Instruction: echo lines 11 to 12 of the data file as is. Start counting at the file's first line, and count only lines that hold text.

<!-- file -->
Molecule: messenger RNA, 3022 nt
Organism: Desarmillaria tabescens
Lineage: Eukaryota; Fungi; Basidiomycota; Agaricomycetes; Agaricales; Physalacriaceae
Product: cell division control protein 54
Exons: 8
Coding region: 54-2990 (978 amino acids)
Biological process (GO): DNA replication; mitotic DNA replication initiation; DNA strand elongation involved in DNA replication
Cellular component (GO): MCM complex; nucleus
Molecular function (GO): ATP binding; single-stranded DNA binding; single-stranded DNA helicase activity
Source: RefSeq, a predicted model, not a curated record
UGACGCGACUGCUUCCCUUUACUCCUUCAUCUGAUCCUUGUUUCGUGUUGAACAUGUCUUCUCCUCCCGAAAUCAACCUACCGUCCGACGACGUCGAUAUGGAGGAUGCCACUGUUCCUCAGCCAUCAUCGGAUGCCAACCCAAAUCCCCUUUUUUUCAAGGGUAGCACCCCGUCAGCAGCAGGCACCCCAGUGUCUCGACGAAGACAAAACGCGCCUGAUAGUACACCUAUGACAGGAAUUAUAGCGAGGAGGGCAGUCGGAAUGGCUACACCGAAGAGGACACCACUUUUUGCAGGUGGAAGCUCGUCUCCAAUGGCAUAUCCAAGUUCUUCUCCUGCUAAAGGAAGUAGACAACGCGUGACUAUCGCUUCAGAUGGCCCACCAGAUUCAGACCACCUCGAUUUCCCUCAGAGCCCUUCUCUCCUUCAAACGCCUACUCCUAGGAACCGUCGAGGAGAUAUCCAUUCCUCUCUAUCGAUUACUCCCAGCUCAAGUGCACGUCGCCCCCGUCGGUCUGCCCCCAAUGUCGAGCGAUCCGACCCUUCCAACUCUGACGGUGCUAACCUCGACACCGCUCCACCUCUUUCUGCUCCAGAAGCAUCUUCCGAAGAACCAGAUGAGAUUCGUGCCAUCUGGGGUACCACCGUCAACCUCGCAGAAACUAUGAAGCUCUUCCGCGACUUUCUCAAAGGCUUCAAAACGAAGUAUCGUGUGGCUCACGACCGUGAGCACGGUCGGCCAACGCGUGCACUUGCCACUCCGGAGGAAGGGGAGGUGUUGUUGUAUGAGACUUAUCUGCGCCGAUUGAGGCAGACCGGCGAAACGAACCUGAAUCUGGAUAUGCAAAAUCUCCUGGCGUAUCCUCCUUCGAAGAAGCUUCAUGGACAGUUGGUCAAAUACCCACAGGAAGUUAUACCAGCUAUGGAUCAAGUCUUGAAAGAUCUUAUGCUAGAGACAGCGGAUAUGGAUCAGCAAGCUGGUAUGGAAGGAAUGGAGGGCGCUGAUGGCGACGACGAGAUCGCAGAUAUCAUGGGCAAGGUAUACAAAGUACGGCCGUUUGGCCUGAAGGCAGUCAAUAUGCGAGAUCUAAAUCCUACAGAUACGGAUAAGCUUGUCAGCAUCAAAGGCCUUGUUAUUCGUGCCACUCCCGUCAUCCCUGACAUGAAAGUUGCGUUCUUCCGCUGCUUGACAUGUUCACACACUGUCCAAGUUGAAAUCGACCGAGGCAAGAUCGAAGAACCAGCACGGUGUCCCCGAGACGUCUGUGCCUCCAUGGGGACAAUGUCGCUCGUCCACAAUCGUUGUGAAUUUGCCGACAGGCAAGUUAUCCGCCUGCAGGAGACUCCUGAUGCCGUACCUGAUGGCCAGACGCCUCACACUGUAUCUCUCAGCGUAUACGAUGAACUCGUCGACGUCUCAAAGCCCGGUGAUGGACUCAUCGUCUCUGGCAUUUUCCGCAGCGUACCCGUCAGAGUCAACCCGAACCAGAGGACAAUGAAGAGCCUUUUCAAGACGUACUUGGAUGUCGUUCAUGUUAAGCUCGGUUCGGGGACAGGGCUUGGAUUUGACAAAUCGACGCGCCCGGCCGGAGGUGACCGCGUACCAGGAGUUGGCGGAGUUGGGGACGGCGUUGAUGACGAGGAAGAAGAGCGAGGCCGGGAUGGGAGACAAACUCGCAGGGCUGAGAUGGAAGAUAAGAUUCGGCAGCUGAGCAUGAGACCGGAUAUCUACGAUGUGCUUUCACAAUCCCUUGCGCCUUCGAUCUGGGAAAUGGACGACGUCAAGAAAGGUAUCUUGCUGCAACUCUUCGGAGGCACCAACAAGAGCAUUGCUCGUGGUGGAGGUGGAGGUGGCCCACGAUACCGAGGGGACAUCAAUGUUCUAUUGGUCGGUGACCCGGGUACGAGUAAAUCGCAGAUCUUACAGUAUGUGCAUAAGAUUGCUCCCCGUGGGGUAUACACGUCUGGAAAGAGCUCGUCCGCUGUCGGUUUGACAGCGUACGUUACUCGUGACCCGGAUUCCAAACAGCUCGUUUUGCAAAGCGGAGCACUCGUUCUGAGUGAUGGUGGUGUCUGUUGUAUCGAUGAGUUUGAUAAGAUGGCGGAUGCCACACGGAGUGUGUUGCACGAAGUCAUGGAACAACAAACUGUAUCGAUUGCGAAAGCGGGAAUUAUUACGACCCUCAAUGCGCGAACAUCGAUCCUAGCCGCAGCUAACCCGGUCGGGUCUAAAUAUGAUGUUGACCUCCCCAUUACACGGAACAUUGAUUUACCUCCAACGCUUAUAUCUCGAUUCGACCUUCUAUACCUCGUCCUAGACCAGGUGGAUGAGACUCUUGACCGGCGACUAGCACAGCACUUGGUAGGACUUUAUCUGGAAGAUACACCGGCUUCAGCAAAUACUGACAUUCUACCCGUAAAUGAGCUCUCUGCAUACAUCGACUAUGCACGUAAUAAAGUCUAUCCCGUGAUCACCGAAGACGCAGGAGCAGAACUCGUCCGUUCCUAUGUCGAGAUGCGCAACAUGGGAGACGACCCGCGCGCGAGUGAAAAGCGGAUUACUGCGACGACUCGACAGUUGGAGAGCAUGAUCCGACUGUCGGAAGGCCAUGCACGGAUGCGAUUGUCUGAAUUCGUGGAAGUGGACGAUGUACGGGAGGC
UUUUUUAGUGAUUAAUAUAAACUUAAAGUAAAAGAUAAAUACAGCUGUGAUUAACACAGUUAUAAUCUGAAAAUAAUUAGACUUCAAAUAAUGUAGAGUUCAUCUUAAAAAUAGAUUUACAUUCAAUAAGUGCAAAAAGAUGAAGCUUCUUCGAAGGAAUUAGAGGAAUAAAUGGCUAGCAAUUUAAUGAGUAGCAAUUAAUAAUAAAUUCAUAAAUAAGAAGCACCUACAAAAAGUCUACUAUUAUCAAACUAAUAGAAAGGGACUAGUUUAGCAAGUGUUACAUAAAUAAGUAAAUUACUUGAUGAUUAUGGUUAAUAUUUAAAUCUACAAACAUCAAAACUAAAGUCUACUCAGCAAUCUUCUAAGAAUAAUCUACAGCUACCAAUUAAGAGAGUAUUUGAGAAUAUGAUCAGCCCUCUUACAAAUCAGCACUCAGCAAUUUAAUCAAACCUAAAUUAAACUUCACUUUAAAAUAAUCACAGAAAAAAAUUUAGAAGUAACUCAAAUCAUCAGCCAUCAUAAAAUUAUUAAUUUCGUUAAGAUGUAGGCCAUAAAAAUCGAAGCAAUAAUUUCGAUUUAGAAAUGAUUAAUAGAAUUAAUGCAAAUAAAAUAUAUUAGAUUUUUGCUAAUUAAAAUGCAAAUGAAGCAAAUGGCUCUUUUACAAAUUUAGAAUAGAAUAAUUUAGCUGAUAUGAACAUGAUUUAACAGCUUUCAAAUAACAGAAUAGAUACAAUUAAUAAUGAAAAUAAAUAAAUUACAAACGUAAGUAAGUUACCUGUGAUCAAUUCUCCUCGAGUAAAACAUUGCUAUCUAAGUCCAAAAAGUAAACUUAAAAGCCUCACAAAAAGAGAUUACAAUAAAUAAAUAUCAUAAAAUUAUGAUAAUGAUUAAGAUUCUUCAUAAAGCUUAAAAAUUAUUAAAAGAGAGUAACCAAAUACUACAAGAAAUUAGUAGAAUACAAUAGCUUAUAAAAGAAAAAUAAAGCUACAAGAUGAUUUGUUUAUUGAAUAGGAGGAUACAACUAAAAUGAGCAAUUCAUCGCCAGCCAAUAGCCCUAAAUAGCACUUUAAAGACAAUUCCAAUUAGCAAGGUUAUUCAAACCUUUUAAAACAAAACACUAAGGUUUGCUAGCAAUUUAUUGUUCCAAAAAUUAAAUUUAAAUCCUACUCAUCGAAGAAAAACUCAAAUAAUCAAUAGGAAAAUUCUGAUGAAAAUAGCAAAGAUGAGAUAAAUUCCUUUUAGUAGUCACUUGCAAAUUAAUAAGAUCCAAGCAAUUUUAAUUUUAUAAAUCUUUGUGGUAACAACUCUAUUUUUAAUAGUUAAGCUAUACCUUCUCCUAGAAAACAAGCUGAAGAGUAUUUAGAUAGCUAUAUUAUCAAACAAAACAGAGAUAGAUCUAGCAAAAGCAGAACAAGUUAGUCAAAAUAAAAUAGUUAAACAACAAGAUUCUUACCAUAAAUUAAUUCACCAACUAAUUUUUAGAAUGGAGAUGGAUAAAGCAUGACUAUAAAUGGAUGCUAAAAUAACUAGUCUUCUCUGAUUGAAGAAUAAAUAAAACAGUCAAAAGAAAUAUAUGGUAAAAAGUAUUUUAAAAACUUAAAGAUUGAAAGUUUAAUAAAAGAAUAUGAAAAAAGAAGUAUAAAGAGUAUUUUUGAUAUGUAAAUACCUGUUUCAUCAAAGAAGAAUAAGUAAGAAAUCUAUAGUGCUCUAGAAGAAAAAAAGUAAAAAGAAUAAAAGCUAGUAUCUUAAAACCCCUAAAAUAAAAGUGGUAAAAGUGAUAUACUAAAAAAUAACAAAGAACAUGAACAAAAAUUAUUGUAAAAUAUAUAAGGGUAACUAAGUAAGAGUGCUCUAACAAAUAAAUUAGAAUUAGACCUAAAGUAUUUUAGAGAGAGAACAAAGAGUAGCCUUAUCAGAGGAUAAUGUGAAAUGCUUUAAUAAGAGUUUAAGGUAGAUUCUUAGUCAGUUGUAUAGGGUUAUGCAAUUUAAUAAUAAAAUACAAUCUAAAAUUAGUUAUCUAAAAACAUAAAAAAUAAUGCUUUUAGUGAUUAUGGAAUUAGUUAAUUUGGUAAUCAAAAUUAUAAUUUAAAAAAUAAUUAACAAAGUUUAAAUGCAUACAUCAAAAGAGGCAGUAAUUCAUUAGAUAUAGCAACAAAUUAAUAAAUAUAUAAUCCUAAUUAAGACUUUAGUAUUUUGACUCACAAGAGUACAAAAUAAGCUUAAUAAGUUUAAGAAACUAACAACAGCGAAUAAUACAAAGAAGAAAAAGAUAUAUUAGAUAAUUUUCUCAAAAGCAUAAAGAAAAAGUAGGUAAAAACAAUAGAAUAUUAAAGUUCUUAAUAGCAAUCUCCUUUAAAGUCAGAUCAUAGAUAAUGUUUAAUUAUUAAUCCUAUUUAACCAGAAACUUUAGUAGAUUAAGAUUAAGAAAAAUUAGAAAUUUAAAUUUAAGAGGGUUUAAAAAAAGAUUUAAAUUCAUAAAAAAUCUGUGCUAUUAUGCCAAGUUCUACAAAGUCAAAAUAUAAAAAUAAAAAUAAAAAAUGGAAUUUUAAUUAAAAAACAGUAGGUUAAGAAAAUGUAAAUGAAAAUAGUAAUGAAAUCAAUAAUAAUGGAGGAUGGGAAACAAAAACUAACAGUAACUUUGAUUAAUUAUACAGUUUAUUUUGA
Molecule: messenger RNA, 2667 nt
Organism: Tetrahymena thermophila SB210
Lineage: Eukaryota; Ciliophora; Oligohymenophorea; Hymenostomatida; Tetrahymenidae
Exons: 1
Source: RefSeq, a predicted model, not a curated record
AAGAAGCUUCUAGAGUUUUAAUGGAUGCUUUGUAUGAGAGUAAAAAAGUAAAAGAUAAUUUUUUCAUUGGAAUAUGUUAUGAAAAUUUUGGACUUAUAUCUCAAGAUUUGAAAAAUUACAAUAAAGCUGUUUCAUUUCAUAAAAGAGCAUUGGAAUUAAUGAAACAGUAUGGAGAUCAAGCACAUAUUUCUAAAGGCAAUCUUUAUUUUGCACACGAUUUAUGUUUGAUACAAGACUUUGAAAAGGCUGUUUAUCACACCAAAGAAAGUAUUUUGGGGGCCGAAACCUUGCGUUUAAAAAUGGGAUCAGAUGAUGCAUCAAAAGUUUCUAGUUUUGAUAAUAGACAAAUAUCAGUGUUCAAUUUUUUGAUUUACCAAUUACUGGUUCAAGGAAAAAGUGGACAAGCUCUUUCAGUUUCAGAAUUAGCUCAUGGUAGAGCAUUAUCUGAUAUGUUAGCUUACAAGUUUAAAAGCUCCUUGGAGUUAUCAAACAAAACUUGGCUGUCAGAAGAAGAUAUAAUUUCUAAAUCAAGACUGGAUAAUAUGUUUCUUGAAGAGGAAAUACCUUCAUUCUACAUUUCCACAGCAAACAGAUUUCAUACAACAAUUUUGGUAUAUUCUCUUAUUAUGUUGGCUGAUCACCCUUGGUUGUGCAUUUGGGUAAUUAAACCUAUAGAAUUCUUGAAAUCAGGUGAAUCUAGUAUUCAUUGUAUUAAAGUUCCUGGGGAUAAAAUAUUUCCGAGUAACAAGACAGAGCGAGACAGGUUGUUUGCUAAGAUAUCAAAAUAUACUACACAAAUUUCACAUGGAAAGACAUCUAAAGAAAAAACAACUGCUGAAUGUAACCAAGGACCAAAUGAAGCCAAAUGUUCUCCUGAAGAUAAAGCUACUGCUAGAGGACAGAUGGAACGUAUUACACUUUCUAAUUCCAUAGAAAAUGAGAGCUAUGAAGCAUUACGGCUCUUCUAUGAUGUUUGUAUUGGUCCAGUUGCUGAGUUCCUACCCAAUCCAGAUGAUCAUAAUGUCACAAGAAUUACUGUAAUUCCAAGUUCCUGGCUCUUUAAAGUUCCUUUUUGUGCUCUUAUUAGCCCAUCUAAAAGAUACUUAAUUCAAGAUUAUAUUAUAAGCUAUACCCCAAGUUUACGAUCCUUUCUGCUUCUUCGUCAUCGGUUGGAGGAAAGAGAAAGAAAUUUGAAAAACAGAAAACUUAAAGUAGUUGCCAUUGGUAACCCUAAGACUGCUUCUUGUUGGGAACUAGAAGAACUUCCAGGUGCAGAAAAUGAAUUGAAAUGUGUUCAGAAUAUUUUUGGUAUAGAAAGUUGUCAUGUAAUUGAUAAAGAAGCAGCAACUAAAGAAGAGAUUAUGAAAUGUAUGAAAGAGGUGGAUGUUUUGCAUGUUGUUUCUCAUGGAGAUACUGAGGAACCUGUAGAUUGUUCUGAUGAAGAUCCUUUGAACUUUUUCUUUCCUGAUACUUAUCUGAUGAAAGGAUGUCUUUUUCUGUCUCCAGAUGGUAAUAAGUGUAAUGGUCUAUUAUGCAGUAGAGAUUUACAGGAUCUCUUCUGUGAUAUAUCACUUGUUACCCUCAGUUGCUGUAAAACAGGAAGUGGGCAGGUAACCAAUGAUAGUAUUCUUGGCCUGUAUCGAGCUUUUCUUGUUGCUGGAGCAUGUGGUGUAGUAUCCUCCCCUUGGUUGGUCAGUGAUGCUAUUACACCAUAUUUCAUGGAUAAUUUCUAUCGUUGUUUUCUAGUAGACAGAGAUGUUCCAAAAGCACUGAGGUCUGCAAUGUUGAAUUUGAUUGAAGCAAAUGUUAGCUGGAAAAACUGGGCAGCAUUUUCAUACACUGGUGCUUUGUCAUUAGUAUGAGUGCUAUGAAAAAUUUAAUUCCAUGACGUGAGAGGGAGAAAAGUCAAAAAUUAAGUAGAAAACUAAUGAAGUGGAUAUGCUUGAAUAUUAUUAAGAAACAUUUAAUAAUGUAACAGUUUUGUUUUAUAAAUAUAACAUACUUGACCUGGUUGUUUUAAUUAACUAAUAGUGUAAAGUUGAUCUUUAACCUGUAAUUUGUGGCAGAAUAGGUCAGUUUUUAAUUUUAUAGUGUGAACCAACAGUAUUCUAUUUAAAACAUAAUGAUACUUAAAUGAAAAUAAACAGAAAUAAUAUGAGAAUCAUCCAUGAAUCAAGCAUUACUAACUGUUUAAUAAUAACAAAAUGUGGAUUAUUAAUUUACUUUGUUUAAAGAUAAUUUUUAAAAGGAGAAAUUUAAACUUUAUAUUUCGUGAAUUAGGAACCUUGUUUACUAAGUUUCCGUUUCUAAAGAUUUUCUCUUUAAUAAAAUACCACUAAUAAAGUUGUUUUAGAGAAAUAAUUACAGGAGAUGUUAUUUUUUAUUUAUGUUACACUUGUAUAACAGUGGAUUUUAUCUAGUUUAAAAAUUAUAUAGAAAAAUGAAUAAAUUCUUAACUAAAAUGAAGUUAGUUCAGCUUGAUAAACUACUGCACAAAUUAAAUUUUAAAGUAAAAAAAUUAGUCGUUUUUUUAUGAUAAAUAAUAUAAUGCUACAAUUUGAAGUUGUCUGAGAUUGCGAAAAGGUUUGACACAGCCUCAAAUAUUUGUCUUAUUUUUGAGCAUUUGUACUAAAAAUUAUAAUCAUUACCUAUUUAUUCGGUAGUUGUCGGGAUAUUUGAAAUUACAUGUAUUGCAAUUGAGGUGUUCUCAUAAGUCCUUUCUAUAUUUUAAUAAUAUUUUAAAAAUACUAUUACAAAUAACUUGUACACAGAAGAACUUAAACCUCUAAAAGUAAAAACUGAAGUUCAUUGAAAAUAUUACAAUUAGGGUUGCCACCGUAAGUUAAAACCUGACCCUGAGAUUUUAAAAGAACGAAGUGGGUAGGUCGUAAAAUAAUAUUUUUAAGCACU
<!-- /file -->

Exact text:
UGACGCGACUGCUUCCCUUUACUCCUUCAUCUGAUCCUUGUUUCGUGUUGAACAUGUCUUCUCCUCCCGAAAUCAACCUACCGUCCGACGACGUCGAUAUGGAGGAUGCCACUGUUCCUCAGCCAUCAUCGGAUGCCAACCCAAAUCCCCUUUUUUUCAAGGGUAGCACCCCGUCAGCAGCAGGCACCCCAGUGUCUCGACGAAGACAAAACGCGCCUGAUAGUACACCUAUGACAGGAAUUAUAGCGAGGAGGGCAGUCGGAAUGGCUACACCGAAGAGGACACCACUUUUUGCAGGUGGAAGCUCGUCUCCAAUGGCAUAUCCAAGUUCUUCUCCUGCUAAAGGAAGUAGACAACGCGUGACUAUCGCUUCAGAUGGCCCACCAGAUUCAGACCACCUCGAUUUCCCUCAGAGCCCUUCUCUCCUUCAAACGCCUACUCCUAGGAACCGUCGAGGAGAUAUCCAUUCCUCUCUAUCGAUUACUCCCAGCUCAAGUGCACGUCGCCCCCGUCGGUCUGCCCCCAAUGUCGAGCGAUCCGACCCUUCCAACUCUGACGGUGCUAACCUCGACACCGCUCCACCUCUUUCUGCUCCAGAAGCAUCUUCCGAAGAACCAGAUGAGAUUCGUGCCAUCUGGGGUACCACCGUCAACCUCGCAGAAACUAUGAAGCUCUUCCGCGACUUUCUCAAAGGCUUCAAAACGAAGUAUCGUGUGGCUCACGACCGUGAGCACGGUCGGCCAACGCGUGCACUUGCCACUCCGGAGGAAGGGGAGGUGUUGUUGUAUGAGACUUAUCUGCGCCGAUUGAGGCAGACCGGCGAAACGAACCUGAAUCUGGAUAUGCAAAAUCUCCUGGCGUAUCCUCCUUCGAAGAAGCUUCAUGGACAGUUGGUCAAAUACCCACAGGAAGUUAUACCAGCUAUGGAUCAAGUCUUGAAAGAUCUUAUGCUAGAGACAGCGGAUAUGGAUCAGCAAGCUGGUAUGGAAGGAAUGGAGGGCGCUGAUGGCGACGACGAGAUCGCAGAUAUCAUGGGCAAGGUAUACAAAGUACGGCCGUUUGGCCUGAAGGCAGUCAAUAUGCGAGAUCUAAAUCCUACAGAUACGGAUAAGCUUGUCAGCAUCAAAGGCCUUGUUAUUCGUGCCACUCCCGUCAUCCCUGACAUGAAAGUUGCGUUCUUCCGCUGCUUGACAUGUUCACACACUGUCCAAGUUGAAAUCGACCGAGGCAAGAUCGAAGAACCAGCACGGUGUCCCCGAGACGUCUGUGCCUCCAUGGGGACAAUGUCGCUCGUCCACAAUCGUUGUGAAUUUGCCGACAGGCAAGUUAUCCGCCUGCAGGAGACUCCUGAUGCCGUACCUGAUGGCCAGACGCCUCACACUGUAUCUCUCAGCGUAUACGAUGAACUCGUCGACGUCUCAAAGCCCGGUGAUGGACUCAUCGUCUCUGGCAUUUUCCGCAGCGUACCCGUCAGAGUCAACCCGAACCAGAGGACAAUGAAGAGCCUUUUCAAGACGUACUUGGAUGUCGUUCAUGUUAAGCUCGGUUCGGGGACAGGGCUUGGAUUUGACAAAUCGACGCGCCCGGCCGGAGGUGACCGCGUACCAGGAGUUGGCGGAGUUGGGGACGGCGUUGAUGACGAGGAAGAAGAGCGAGGCCGGGAUGGGAGACAAACUCGCAGGGCUGAGAUGGAAGAUAAGAUUCGGCAGCUGAGCAUGAGACCGGAUAUCUACGAUGUGCUUUCACAAUCCCUUGCGCCUUCGAUCUGGGAAAUGGACGACGUCAAGAAAGGUAUCUUGCUGCAACUCUUCGGAGGCACCAACAAGAGCAUUGCUCGUGGUGGAGGUGGAGGUGGCCCACGAUACCGAGGGGACAUCAAUGUUCUAUUGGUCGGUGACCCGGGUACGAGUAAAUCGCAGAUCUUACAGUAUGUGCAUAAGAUUGCUCCCCGUGGGGUAUACACGUCUGGAAAGAGCUCGUCCGCUGUCGGUUUGACAGCGUACGUUACUCGUGACCCGGAUUCCAAACAGCUCGUUUUGCAAAGCGGAGCACUCGUUCUGAGUGAUGGUGGUGUCUGUUGUAUCGAUGAGUUUGAUAAGAUGGCGGAUGCCACACGGAGUGUGUUGCACGAAGUCAUGGAACAACAAACUGUAUCGAUUGCGAAAGCGGGAAUUAUUACGACCCUCAAUGCGCGAACAUCGAUCCUAGCCGCAGCUAACCCGGUCGGGUCUAAAUAUGAUGUUGACCUCCCCAUUACACGGAACAUUGAUUUACCUCCAACGCUUAUAUCUCGAUUCGACCUUCUAUACCUCGUCCUAGACCAGGUGGAUGAGACUCUUGACCGGCGACUAGCACAGCACUUGGUAGGACUUUAUCUGGAAGAUACACCGGCUUCAGCAAAUACUGACAUUCUACCCGUAAAUGAGCUCUCUGCAUACAUCGACUAUGCACGUAAUAAAGUCUAUCCCGUGAUCACCGAAGACGCAGGAGCAGAACUCGUCCGUUCCUAUGUCGAGAUGCGCAACAUGGGAGACGACCCGCGCGCGAGUGAAAAGCGGAUUACUGCGACGACUCGACAGUUGGAGAGCAUGAUCCGACUGUCGGAAGGCCAUGCACGGAUGCGAUUGUCUGAAUUCGUGGAAGUGGACGAUGUACGGGAGGC
UUUUUUAGUGAUUAAUAUAAACUUAAAGUAAAAGAUAAAUACAGCUGUGAUUAACACAGUUAUAAUCUGAAAAUAAUUAGACUUCAAAUAAUGUAGAGUUCAUCUUAAAAAUAGAUUUACAUUCAAUAAGUGCAAAAAGAUGAAGCUUCUUCGAAGGAAUUAGAGGAAUAAAUGGCUAGCAAUUUAAUGAGUAGCAAUUAAUAAUAAAUUCAUAAAUAAGAAGCACCUACAAAAAGUCUACUAUUAUCAAACUAAUAGAAAGGGACUAGUUUAGCAAGUGUUACAUAAAUAAGUAAAUUACUUGAUGAUUAUGGUUAAUAUUUAAAUCUACAAACAUCAAAACUAAAGUCUACUCAGCAAUCUUCUAAGAAUAAUCUACAGCUACCAAUUAAGAGAGUAUUUGAGAAUAUGAUCAGCCCUCUUACAAAUCAGCACUCAGCAAUUUAAUCAAACCUAAAUUAAACUUCACUUUAAAAUAAUCACAGAAAAAAAUUUAGAAGUAACUCAAAUCAUCAGCCAUCAUAAAAUUAUUAAUUUCGUUAAGAUGUAGGCCAUAAAAAUCGAAGCAAUAAUUUCGAUUUAGAAAUGAUUAAUAGAAUUAAUGCAAAUAAAAUAUAUUAGAUUUUUGCUAAUUAAAAUGCAAAUGAAGCAAAUGGCUCUUUUACAAAUUUAGAAUAGAAUAAUUUAGCUGAUAUGAACAUGAUUUAACAGCUUUCAAAUAACAGAAUAGAUACAAUUAAUAAUGAAAAUAAAUAAAUUACAAACGUAAGUAAGUUACCUGUGAUCAAUUCUCCUCGAGUAAAACAUUGCUAUCUAAGUCCAAAAAGUAAACUUAAAAGCCUCACAAAAAGAGAUUACAAUAAAUAAAUAUCAUAAAAUUAUGAUAAUGAUUAAGAUUCUUCAUAAAGCUUAAAAAUUAUUAAAAGAGAGUAACCAAAUACUACAAGAAAUUAGUAGAAUACAAUAGCUUAUAAAAGAAAAAUAAAGCUACAAGAUGAUUUGUUUAUUGAAUAGGAGGAUACAACUAAAAUGAGCAAUUCAUCGCCAGCCAAUAGCCCUAAAUAGCACUUUAAAGACAAUUCCAAUUAGCAAGGUUAUUCAAACCUUUUAAAACAAAACACUAAGGUUUGCUAGCAAUUUAUUGUUCCAAAAAUUAAAUUUAAAUCCUACUCAUCGAAGAAAAACUCAAAUAAUCAAUAGGAAAAUUCUGAUGAAAAUAGCAAAGAUGAGAUAAAUUCCUUUUAGUAGUCACUUGCAAAUUAAUAAGAUCCAAGCAAUUUUAAUUUUAUAAAUCUUUGUGGUAACAACUCUAUUUUUAAUAGUUAAGCUAUACCUUCUCCUAGAAAACAAGCUGAAGAGUAUUUAGAUAGCUAUAUUAUCAAACAAAACAGAGAUAGAUCUAGCAAAAGCAGAACAAGUUAGUCAAAAUAAAAUAGUUAAACAACAAGAUUCUUACCAUAAAUUAAUUCACCAACUAAUUUUUAGAAUGGAGAUGGAUAAAGCAUGACUAUAAAUGGAUGCUAAAAUAACUAGUCUUCUCUGAUUGAAGAAUAAAUAAAACAGUCAAAAGAAAUAUAUGGUAAAAAGUAUUUUAAAAACUUAAAGAUUGAAAGUUUAAUAAAAGAAUAUGAAAAAAGAAGUAUAAAGAGUAUUUUUGAUAUGUAAAUACCUGUUUCAUCAAAGAAGAAUAAGUAAGAAAUCUAUAGUGCUCUAGAAGAAAAAAAGUAAAAAGAAUAAAAGCUAGUAUCUUAAAACCCCUAAAAUAAAAGUGGUAAAAGUGAUAUACUAAAAAAUAACAAAGAACAUGAACAAAAAUUAUUGUAAAAUAUAUAAGGGUAACUAAGUAAGAGUGCUCUAACAAAUAAAUUAGAAUUAGACCUAAAGUAUUUUAGAGAGAGAACAAAGAGUAGCCUUAUCAGAGGAUAAUGUGAAAUGCUUUAAUAAGAGUUUAAGGUAGAUUCUUAGUCAGUUGUAUAGGGUUAUGCAAUUUAAUAAUAAAAUACAAUCUAAAAUUAGUUAUCUAAAAACAUAAAAAAUAAUGCUUUUAGUGAUUAUGGAAUUAGUUAAUUUGGUAAUCAAAAUUAUAAUUUAAAAAAUAAUUAACAAAGUUUAAAUGCAUACAUCAAAAGAGGCAGUAAUUCAUUAGAUAUAGCAACAAAUUAAUAAAUAUAUAAUCCUAAUUAAGACUUUAGUAUUUUGACUCACAAGAGUACAAAAUAAGCUUAAUAAGUUUAAGAAACUAACAACAGCGAAUAAUACAAAGAAGAAAAAGAUAUAUUAGAUAAUUUUCUCAAAAGCAUAAAGAAAAAGUAGGUAAAAACAAUAGAAUAUUAAAGUUCUUAAUAGCAAUCUCCUUUAAAGUCAGAUCAUAGAUAAUGUUUAAUUAUUAAUCCUAUUUAACCAGAAACUUUAGUAGAUUAAGAUUAAGAAAAAUUAGAAAUUUAAAUUUAAGAGGGUUUAAAAAAAGAUUUAAAUUCAUAAAAAAUCUGUGCUAUUAUGCCAAGUUCUACAAAGUCAAAAUAUAAAAAUAAAAAUAAAAAAUGGAAUUUUAAUUAAAAAACAGUAGGUUAAGAAAAUGUAAAUGAAAAUAGUAAUGAAAUCAAUAAUAAUGGAGGAUGGGAAACAAAAACUAACAGUAACUUUGAUUAAUUAUACAGUUUAUUUUGA